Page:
Recently, a number of non-pharmacological interventions for dementia symptoms were evaluated using cost–benefit analysis (CBA) and found to be both effective and socially worthwhile. What is missing is a comparison of evaluations for these interventions with pharmaceutical interventions approved by the Food and Drug Administration (FDA) to see which interventions should be given priority in public expenditure budgets aiming to reduce dementia symptoms. This paper fills this knowledge gap by carrying out a CBA of FDA-approved medications using a large national data set provided by the National Alzheimer’s Coordinating Center (NACC). We find that the pharmaceutical medications were actually counterproductive, and therefore social welfare would be substantially improved by not investing in these medications. This therefore means that non-pharmaceutical interventions should be given higher priority at this time.

The Effects of Neonatal Intensive Care on Infant Mortality and Long-Term Health Impairments
Tamás Hajdu et al.
American Journal of Health Economics, forthcoming 


We study the effects of being born in a city with a Neonatal Intensive Care Unit (NICU) and in a city integrated into the Newborn Emergency Transportation System (NETS) on neonatal and infant mortality and long-term impairments. We use administrative and census data covering the gradual expansion of the NICU and NETS systems between 1990 and 2015, and we identify the effects using the distance of residence to the nearest NICU/NETS hospital as an instrumental variable. Residence fixed effects control for all unobserved municipality-specific time-invariant determinants of newborns’ death and impairment. Being born in a city with a NICU decreases 0-6-day mortality by 153/1000 (birth weight < 1500g) and 24/1000 (birth weight < 2500g). NETS effects are positive, too, but they are substantially smaller (57/1000 and 9/1000, respectively). The effect estimates on long-term impairment are small in magnitude and are all statistically indistinguishable from zero. Access to NICUs and the NETS saves lives in the long run, without substantial overall effects on long-term impairments.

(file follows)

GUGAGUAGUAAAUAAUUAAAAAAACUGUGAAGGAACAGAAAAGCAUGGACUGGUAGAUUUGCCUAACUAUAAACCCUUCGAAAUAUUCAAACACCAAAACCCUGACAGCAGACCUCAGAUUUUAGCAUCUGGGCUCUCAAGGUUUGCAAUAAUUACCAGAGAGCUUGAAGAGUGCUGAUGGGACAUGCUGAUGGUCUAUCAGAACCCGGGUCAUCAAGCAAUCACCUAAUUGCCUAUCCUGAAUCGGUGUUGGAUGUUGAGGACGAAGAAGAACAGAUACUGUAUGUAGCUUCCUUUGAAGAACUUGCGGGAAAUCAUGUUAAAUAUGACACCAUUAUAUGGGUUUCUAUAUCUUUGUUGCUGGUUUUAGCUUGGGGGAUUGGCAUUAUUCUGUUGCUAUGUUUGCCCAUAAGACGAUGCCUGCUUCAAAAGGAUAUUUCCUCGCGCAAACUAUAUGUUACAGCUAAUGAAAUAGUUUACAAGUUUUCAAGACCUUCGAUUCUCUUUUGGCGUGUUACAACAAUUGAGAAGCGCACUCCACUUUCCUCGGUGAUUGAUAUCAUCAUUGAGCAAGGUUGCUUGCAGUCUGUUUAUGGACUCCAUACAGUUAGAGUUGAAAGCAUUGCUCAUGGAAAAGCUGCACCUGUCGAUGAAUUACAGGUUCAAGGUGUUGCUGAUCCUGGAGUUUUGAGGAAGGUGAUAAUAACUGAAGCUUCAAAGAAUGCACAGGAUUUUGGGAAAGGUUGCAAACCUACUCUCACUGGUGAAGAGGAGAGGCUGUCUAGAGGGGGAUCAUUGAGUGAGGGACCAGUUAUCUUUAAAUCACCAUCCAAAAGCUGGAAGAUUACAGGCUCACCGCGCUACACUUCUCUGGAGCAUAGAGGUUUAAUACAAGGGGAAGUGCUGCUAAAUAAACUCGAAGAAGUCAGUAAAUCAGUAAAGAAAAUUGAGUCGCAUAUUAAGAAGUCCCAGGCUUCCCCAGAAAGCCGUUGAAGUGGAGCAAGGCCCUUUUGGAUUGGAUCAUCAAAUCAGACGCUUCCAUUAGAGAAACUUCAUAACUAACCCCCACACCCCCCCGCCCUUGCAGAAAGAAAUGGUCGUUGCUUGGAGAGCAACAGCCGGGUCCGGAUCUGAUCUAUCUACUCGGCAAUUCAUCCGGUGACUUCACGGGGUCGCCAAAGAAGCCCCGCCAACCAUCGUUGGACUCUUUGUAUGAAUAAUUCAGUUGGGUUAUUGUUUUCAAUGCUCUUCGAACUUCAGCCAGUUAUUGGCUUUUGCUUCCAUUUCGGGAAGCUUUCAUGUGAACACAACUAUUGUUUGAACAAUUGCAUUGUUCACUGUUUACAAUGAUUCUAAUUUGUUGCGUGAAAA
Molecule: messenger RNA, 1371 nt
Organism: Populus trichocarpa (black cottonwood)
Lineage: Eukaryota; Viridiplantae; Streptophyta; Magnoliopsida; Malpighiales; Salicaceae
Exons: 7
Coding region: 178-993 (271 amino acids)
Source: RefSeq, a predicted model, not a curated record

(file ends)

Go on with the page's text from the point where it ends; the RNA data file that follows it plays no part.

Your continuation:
User-Generated Physician Ratings and Their Effects on Patients' Physician Choices: Evidence from Yelp
Yiwei Chen & Stephanie Le
Journal of Marketing, forthcoming 


Patients increasingly rely on online physician ratings to select their physicians and make healthcare decisions. However, it is unclear whether online physician ratings signal physician quality information and affect patients' physician choices. By combining physician rating data from Yelp with data from Medicare, which covers a large elderly patient group, the paper finds that ratings are positively associated with important measures of physician quality, including physicians' credentials, adherence to clinical guidelines, and patients' health outcomes. The paper introduces novel instrumental variables, where reviewers' leniency in rating other businesses is employed as an instrument for physicians' ratings. The paper finds that an increase in physicians' average rating increases physicians' patient flow. To understand the quality signals that patients respond to, the paper also uses the LDA model and extracts topics from review texts. Patients respond differentially to different information and respond most to information about physicians' interpersonal and clinical skills. Additionally, rating credibility, accessibility, and strength of other existent signals moderate the positive effects of online ratings on patient flow. Overall, online physician rating platforms can promote efficiency by disseminating important quality information to patients and directing patients to higher-quality physicians.